Directors' Report

The Directors' Report, prepared in accordance with the requirements of the Companies Act 2006 and the UK Listing Authority's Listing Rules, and Disclosure Rules and Transparency Rules, comprising pages 1 - 113 and 224 - 262, was approved by the Board and signed on its behalf.

Strategic Report

The Strategic Report, comprising pages 1 - 66, was approved by the Board and signed on its behalf.

By order of the Board

Justine Campbell

Group General Counsel & Company Secretary

19 May 2021

Company number: 4031152

 

Risk Management

The following is extracted in full and unedited from the Annual Report and Accounts 2020/21, pages 236-239.

Risk factors

Management of our risks is an important part of our internal control environment, as we describe on pages 24 - 27. In addition to the principal risks listed, we face a number of inherent risks that could have a material adverse effect on our business, financial condition, results of operations and reputation, as well as the value and liquidity of our securities.

Any investment decision regarding our securities and any forward-looking statements made by us should be considered in the light of these risk factors and the cautionary statement set out on page 268. An overview of the key inherent risks we face is provided below.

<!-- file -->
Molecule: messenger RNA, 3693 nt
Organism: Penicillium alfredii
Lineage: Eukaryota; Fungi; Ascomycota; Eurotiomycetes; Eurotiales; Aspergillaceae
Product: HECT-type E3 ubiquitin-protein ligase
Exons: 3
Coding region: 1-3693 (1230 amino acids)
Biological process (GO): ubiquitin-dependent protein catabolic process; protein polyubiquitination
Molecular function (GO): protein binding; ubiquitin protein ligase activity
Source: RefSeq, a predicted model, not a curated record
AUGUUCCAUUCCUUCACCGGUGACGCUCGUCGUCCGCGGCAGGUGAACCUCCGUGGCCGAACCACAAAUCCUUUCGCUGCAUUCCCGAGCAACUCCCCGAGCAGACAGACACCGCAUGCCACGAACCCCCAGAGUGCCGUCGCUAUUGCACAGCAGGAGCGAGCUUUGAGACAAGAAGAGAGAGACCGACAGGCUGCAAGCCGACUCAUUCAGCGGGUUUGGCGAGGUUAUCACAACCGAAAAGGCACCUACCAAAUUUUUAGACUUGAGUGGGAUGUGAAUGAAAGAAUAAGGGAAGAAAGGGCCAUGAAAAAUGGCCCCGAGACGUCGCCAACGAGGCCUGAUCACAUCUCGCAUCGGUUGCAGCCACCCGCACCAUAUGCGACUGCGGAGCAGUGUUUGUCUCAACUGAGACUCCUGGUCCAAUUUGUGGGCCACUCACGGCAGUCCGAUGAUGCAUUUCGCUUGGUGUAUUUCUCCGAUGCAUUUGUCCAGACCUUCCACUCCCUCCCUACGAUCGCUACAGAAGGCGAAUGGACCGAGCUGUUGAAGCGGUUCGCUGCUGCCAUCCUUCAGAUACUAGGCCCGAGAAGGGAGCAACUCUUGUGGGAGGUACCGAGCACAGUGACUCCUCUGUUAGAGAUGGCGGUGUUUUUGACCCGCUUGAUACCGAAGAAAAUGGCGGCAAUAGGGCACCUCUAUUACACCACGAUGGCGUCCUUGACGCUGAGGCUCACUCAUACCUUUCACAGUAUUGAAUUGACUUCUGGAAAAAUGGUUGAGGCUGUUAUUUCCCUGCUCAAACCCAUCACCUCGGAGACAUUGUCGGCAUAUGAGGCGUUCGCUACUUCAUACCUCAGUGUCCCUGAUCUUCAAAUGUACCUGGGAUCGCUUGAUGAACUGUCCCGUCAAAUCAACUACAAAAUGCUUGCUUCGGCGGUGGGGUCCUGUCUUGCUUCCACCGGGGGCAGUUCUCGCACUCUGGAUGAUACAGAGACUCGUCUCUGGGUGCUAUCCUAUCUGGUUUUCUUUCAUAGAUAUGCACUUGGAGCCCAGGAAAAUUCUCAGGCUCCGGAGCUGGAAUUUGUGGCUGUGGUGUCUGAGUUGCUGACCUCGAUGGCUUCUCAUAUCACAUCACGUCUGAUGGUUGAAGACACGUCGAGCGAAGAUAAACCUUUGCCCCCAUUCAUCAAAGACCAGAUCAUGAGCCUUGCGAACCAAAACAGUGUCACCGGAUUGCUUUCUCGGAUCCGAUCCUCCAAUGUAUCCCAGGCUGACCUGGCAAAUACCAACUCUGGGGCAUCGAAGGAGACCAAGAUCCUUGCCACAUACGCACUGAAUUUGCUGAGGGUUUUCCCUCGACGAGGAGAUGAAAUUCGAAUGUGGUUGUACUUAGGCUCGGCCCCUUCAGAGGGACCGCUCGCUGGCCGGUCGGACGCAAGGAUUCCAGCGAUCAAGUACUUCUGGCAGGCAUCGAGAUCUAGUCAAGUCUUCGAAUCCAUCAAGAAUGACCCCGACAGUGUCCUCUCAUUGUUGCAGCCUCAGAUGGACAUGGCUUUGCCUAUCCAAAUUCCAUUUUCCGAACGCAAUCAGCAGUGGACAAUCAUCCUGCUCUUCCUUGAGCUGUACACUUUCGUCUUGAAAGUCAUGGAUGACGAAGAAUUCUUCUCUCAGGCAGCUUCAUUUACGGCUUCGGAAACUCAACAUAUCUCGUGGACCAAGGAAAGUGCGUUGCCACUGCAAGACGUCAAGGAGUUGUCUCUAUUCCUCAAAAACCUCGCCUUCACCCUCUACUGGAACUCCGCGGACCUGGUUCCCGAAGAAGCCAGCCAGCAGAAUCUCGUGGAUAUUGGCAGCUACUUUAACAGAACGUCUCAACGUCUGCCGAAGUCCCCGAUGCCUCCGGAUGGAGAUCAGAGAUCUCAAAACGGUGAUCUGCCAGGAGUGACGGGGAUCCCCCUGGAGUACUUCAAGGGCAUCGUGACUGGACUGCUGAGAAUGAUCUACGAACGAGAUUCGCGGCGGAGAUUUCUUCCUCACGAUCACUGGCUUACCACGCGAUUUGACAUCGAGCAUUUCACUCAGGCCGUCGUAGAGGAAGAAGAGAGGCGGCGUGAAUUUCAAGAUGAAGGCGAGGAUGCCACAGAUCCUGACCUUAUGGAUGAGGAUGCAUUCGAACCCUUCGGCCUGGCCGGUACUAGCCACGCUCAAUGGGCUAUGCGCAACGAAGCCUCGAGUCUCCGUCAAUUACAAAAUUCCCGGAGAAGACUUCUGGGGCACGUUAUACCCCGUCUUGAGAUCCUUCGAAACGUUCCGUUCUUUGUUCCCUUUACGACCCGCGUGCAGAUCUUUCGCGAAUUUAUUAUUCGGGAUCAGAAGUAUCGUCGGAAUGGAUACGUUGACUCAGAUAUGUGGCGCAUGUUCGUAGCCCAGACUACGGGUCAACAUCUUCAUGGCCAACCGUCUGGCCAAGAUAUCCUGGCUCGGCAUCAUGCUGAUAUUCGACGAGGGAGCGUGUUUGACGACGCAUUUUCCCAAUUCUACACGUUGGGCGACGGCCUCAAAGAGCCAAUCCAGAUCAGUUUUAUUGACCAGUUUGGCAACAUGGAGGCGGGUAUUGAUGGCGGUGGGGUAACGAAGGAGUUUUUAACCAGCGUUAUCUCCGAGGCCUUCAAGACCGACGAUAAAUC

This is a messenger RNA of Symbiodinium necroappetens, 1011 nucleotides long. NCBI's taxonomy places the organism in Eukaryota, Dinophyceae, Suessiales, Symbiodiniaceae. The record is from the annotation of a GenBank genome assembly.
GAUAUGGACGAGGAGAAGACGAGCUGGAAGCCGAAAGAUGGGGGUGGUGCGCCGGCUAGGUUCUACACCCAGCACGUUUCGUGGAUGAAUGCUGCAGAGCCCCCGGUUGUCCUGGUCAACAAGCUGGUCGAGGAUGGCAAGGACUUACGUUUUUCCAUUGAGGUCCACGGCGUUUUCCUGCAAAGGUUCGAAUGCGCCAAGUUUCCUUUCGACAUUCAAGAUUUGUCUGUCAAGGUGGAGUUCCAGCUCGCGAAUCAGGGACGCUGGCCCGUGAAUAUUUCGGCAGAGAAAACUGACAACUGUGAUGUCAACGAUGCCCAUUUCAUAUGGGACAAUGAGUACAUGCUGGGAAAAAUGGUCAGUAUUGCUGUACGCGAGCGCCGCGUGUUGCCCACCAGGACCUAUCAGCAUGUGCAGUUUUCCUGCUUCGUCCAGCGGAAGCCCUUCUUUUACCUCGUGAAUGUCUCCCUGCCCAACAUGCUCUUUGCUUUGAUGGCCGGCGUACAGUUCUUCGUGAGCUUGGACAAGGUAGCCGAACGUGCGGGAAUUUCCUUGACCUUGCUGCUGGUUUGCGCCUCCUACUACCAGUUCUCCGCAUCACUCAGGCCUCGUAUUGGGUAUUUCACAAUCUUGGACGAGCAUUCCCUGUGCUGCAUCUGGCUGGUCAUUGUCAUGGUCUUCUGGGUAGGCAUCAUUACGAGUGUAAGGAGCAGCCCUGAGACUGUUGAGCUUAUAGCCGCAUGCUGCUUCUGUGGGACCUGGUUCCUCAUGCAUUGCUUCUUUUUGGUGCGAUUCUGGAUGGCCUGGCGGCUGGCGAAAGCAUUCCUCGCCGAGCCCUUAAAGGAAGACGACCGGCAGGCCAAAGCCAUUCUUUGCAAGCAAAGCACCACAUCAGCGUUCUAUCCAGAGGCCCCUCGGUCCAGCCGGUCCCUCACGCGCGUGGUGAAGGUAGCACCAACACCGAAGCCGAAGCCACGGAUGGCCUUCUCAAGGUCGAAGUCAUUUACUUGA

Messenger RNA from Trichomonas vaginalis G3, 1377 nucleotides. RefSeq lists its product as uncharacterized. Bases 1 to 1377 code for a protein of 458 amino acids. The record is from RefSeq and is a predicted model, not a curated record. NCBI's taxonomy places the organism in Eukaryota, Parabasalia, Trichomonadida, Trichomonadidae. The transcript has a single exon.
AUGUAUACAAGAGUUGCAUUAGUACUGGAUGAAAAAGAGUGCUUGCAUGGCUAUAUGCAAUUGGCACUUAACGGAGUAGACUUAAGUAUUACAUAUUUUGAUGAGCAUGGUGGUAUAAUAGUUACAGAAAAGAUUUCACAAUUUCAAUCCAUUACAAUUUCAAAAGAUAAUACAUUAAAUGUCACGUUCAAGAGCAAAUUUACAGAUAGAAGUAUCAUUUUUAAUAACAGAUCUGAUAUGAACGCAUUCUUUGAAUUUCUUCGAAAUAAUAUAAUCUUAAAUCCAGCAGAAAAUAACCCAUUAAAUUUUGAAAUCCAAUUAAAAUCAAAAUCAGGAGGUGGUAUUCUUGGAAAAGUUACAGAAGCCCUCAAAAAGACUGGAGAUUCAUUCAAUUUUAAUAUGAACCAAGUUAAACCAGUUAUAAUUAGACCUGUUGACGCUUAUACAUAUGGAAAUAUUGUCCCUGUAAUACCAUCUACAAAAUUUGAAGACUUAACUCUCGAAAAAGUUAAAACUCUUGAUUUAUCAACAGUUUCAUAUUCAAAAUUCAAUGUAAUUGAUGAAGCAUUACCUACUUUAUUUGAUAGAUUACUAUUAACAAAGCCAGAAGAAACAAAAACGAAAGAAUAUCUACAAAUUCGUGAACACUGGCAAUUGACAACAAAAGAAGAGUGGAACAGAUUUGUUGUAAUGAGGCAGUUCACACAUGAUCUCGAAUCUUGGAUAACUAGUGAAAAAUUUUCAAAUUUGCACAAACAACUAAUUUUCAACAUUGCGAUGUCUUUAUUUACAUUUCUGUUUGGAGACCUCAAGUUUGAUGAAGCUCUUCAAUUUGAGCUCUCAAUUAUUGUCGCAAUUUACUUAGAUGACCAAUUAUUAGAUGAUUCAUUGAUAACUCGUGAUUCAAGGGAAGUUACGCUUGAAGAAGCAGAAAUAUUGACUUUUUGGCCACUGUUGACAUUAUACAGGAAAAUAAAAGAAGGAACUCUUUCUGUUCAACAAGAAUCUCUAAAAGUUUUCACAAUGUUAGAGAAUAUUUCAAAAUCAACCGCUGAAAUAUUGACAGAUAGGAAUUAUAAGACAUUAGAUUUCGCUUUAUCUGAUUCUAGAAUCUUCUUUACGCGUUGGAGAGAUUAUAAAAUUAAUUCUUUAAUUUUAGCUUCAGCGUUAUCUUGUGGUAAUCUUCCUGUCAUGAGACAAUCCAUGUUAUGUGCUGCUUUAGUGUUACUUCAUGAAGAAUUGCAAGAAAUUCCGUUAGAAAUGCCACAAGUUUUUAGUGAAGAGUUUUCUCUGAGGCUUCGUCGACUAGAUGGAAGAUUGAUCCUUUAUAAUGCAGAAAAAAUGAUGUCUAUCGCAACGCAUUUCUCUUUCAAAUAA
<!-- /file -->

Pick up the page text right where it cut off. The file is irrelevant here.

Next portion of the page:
Law, regulation, and political and economic uncertainty

Changes in law or regulation, or decisions by governmental bodies or regulators and increased political and economic uncertainty, could materially adversely affect us.

Most of our businesses are utilities or networks subject to regulation by governments and other authorities. Changes in law or regulation or regulatory policy and precedent (including changes arising as a result of the UK's exit from the European Union), as well as legislation introduced to facilitate the attainment of net zero emissions targets, and decisions of governmental bodies or regulators in the countries or states in which we operate could materially adversely affect us. We may fail to deliver any one of our customer, investor, and wider stakeholder propositions due to increased political and economic uncertainty. Subject to completion of the WPD Acquisition, we may come under increased regulatory scrutiny resulting in greater costs of compliance.